Wednesday, May 20, 2015

The Ghost of the Davenport House

Rock Island, July 1977

11th grade was so crowded with new friends and boyfriends - - the preacher's son who liked nude horseplay, the rabbi's son who didn't know he was gay, the boy I slept with at music camp, plus others I haven't posted on -- that you may think I dropped Darry, my best friend in junior high.

But he was there every day, by my side through all of the events at Rocky High, steadfast in his loyalty and affection. He accepted my interest in boys without question, though he often tried to push me toward girls as well.

One night in the summer of 1977, shortly after I returned from Switzerland, Darry took me to a stand-up comedy show at Augustana College.  Afterwards we drove onto Arsenal Island, to the Davenport House, where Colonel Davenport, the first European settler in the Quad Cities, was murdered on July 4, 1845.

"What are we doing here?" I asked. "The Davenport House is closed at night."
“I work here, remember?” Darry said. He had a part-time job as a docent.

It was a two-story clapboard facing north to-ward the dark-flowing Mississippi, with green-shuttered windows and chimneys on each end. From the front porch I could see the lights of downtown Davenport, with the Centennial Bridge spanning the river.

When we climbed onto the porch, Darry pulled out a flashlight.
“I’ve been here before,” I protested. “Lots of times."
“Have you ever seen the room where Colonel Davenport died?”
“No – that’s always closed to the public.”
“Closed to the public, maybe. Not to us.”

Darry led me through the parlor, now a museum, past the gift shop and the dining room to the kitchen, which had mostly modern furnishing, including a new refrigerator and stove. An old servants’ stairway led up to the second floor, to a narrow hallway.  The banister staircase on the other end led down to the parlor.

Darry  pointed his flashlight beam down the hall. “They found him in his wife’s sitting room, there by the banister, and carried him to his bedroom, here, where he died.” He opened the door on the east end. It was sparsely furnished, with an old four-poster bed, a wash basin with an old-fashioned pitcher, a dresser, and two round red-upholstered chairs. One window looked north, onto the dark yard with the Mississippi beyond, 

Darry walked over to the dresser, creaked open a bottom drawer, and retrieved a pile of magazines. He climbed onto the bed -- not the one Col. Davenport died on, I hoped -- and sat propped up against the pillows. I climbed up next to him. The bedspread smelled of must and lavender room deodorizer. He began leafing through one of the magazines  –Playboy, I realized, shocked.
“Hey, that’s porn!”

“On the contrary, it’s the noble quest after the Eternal Feminine,” Darry said. “But I can’t keep them at home. Mom and Dad go through everything.”

He held open a page featuring a naked girl, smiling open-mouthed, with shiny hair and pale pendulous breasts. It was disgusting. But Darry obviously found it stunning, so wonderful that he sequestered them at the Davenport House and risked being fired just for the joy of gazing at a few centerfolds once in a while.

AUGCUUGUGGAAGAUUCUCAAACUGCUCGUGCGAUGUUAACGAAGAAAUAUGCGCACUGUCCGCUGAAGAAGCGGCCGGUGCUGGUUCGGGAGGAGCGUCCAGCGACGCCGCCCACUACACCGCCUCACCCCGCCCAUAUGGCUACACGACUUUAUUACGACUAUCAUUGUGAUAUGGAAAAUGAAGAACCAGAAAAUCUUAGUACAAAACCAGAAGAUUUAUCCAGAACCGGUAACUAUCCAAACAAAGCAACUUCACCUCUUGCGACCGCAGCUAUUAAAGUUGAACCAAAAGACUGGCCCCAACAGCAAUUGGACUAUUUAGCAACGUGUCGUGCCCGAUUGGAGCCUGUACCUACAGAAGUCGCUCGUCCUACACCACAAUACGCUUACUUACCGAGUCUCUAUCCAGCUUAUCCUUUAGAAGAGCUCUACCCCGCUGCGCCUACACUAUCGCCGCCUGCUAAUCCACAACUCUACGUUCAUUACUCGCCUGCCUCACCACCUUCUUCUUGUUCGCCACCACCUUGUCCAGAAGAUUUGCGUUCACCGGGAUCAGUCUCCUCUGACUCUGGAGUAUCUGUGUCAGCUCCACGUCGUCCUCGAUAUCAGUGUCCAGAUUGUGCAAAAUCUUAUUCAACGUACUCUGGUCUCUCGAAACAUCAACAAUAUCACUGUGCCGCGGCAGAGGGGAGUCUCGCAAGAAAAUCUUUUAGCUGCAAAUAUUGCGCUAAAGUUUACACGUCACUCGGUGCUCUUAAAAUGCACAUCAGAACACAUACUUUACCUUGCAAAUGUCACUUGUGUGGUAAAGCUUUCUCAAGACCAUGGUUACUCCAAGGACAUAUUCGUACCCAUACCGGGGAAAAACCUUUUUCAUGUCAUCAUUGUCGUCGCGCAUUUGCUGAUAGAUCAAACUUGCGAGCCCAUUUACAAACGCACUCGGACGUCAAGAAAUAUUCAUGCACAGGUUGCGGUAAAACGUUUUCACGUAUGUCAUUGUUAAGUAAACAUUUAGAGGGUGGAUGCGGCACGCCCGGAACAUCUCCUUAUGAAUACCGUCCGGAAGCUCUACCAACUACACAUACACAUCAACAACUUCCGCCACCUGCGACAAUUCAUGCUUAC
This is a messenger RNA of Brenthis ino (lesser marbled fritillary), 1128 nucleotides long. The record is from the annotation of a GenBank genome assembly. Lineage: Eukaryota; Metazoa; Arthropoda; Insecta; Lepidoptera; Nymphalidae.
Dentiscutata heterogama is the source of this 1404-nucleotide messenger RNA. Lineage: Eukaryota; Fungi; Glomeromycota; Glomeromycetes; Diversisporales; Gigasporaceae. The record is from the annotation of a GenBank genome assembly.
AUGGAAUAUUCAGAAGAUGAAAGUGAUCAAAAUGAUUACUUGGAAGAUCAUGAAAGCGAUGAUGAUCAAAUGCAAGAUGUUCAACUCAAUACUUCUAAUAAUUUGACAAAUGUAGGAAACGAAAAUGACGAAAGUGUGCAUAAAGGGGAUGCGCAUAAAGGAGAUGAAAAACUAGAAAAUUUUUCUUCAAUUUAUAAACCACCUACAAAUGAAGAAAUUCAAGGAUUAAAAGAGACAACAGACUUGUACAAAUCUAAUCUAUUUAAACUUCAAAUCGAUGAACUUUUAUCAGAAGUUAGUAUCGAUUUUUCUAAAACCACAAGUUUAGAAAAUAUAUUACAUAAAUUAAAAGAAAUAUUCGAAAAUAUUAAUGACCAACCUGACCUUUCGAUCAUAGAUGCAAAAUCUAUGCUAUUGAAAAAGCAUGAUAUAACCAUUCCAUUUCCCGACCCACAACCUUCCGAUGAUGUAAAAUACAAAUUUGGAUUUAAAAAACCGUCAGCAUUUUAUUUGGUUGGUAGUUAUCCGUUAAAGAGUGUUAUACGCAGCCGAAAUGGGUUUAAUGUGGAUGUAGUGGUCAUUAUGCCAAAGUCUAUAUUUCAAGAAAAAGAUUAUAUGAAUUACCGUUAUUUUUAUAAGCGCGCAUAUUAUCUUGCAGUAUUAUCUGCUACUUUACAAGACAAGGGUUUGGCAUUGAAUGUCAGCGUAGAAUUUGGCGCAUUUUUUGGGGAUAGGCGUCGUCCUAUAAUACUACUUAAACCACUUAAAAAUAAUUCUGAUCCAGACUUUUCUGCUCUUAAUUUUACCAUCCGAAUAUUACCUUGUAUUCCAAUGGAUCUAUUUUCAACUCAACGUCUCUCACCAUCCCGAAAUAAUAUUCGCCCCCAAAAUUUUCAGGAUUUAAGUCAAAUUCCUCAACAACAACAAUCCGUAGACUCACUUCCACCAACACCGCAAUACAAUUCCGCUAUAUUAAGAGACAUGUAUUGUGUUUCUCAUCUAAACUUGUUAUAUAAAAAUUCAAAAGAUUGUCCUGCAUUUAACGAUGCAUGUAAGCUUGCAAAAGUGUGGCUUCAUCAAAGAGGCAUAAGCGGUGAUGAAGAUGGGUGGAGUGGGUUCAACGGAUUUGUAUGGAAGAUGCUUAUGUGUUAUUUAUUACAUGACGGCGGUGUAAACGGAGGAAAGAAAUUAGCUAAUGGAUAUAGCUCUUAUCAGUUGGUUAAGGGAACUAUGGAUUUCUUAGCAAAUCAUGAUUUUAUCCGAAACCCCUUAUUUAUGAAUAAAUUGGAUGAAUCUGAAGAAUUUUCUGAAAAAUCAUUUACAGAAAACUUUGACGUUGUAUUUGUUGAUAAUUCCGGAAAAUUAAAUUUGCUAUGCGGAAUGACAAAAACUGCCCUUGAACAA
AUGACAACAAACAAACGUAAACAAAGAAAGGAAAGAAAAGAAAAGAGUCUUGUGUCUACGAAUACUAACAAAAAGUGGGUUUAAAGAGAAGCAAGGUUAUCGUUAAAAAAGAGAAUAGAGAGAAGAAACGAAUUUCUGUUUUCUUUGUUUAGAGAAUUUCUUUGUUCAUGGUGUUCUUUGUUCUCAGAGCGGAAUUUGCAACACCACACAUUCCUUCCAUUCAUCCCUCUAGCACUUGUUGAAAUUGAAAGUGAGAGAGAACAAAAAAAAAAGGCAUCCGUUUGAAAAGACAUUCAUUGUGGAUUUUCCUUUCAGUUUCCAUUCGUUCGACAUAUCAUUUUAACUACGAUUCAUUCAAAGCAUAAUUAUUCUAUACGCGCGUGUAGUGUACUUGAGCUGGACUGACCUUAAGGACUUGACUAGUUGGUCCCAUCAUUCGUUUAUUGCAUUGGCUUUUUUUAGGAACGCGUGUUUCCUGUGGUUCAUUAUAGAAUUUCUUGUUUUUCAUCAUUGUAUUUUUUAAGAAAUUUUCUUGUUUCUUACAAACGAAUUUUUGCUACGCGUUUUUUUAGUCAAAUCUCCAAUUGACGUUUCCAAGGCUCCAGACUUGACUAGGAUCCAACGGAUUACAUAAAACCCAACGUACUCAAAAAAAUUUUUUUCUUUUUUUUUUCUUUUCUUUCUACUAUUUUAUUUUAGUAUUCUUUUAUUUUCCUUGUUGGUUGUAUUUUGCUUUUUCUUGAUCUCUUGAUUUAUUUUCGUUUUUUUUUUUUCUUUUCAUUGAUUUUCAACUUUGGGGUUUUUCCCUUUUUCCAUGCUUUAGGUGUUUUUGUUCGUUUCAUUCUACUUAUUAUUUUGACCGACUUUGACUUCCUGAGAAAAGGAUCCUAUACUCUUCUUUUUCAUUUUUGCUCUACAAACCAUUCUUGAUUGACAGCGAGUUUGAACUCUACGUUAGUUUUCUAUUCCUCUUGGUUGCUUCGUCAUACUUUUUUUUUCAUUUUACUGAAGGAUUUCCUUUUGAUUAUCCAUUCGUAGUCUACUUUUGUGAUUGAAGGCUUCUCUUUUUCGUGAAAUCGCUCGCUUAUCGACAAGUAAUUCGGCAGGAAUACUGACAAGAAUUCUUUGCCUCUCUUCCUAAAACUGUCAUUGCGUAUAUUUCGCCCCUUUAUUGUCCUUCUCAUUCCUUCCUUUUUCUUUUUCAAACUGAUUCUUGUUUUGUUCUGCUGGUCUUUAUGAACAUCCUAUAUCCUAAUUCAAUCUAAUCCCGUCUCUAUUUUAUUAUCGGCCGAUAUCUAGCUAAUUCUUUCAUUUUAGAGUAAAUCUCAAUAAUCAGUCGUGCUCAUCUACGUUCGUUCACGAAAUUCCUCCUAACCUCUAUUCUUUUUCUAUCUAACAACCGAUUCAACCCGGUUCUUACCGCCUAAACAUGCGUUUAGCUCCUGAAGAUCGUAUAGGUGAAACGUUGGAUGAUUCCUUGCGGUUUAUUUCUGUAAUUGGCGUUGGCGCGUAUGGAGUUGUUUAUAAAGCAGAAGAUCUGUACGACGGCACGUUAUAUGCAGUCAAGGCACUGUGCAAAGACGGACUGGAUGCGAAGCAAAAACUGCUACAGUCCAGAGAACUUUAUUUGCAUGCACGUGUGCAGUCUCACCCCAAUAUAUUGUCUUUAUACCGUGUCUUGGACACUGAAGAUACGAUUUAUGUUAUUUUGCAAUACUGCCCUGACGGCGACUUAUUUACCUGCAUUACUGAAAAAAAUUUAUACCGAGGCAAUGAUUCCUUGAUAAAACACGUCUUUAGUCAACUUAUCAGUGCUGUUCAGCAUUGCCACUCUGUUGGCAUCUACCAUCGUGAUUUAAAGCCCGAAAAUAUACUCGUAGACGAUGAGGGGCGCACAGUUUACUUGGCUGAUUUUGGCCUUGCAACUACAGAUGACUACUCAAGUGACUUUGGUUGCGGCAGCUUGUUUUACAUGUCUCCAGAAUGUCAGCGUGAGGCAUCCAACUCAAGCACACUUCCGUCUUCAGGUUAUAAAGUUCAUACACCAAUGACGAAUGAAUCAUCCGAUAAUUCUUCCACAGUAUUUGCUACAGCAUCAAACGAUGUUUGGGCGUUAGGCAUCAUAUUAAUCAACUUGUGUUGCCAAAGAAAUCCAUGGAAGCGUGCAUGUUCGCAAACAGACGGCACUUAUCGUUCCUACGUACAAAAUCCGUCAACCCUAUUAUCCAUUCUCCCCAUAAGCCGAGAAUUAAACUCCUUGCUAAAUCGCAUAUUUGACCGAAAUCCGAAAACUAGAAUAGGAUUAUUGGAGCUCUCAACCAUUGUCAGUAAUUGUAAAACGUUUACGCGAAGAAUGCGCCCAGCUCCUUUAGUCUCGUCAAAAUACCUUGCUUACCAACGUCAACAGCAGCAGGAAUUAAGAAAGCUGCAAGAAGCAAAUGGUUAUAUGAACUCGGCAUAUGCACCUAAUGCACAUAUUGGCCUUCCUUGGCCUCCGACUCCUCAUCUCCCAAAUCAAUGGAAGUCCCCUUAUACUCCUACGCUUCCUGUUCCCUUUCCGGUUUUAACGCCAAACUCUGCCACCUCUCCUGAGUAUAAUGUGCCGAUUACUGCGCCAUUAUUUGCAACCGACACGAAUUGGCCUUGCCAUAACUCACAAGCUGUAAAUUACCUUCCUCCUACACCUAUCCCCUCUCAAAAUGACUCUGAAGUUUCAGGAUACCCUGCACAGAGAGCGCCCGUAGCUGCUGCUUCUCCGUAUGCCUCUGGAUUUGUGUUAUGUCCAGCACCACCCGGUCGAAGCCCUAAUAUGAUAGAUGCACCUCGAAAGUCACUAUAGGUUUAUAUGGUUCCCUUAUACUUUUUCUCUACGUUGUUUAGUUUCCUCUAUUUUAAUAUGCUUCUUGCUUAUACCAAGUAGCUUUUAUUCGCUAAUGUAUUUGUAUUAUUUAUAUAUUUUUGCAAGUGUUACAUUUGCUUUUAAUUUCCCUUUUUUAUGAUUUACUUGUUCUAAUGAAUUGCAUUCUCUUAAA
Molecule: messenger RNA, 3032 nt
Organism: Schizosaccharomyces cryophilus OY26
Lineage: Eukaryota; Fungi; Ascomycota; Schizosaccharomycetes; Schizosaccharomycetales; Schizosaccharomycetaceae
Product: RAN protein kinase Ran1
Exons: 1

I had a place at home where I invited boys to have sex...and watch.  Was this Darry's place?

“I don’t like pictures of naked ladies,” I said softly. “Could we go home now?”

“There’s nobody here but us, so you can stop the Herr Holy-Pants attitude. Tell me you don't like this one!" Darry held up the issue. A girl who looked something like Gloria, the daughter on All in the Family, holding a telephone between her breasts.

“It’s gross!” I jumped off the bed, felt my way for the door, and pulled it open. The hallway was completely dark, except for thin pale lines of door frames bathed in moonlight. I wanted to run away, but if I left Darry, how could I get home again? The island would be nearly deserted at night.

Maybe if I tried, if I looked very closely, I would see what Darry saw. Maybe I would know what the fuss was all about. Maybe I would finally bow to the tripods.

Darry slid off the bed and walked toward me.  "If you don't like blondes.." he began.  Then he trailed off.

The door at the end of the hall, by the banister staircase, was invisible except for a thin line of pale light. But the line was getting bigger. The door was slowly swinging open!

Later I could recall the inside of the wife’s sitting room: a small table with a lace tablecloth and a tea service, a low bookcase, two overstuffed chairs from the Victorian era, a window framed with lace curtains. But at that moment I saw only a shadow at the half-opened door: the outline of a man! No facial features or clothing, just a head and torso, and an arm  propped lazily against the lintel, as if someone was investigating the noise.

We clattered down the servants’ stairway, through the kitchen door, and into Darry’s car. We zoomed down Rodman Boulevard, slowing only when we reached the Government Bridge.  

The ghost – if it was a ghost -- was too thin to be Colonel Davenport. Maybe it was one of the murderers, returning to check on his handiwork. Or Colonel Davenport’s son,  George L’Oste. Or a draft creaking the door open. Or a prank.

Darry swore that he wasn’t playing a prank. In fact, he was too scared to go back to the Davenport House.  The next day he called to quit his job.

I've always wondered why the ghost appeared at the exact moment Darry started looking at Playboys.  Maybe it was a gay ghost who resented the intrusion of heterosexism.

See also: The Naked Ghost of Hylton Castle.; Boys with Baseball Bats in my Attic Sanctuary

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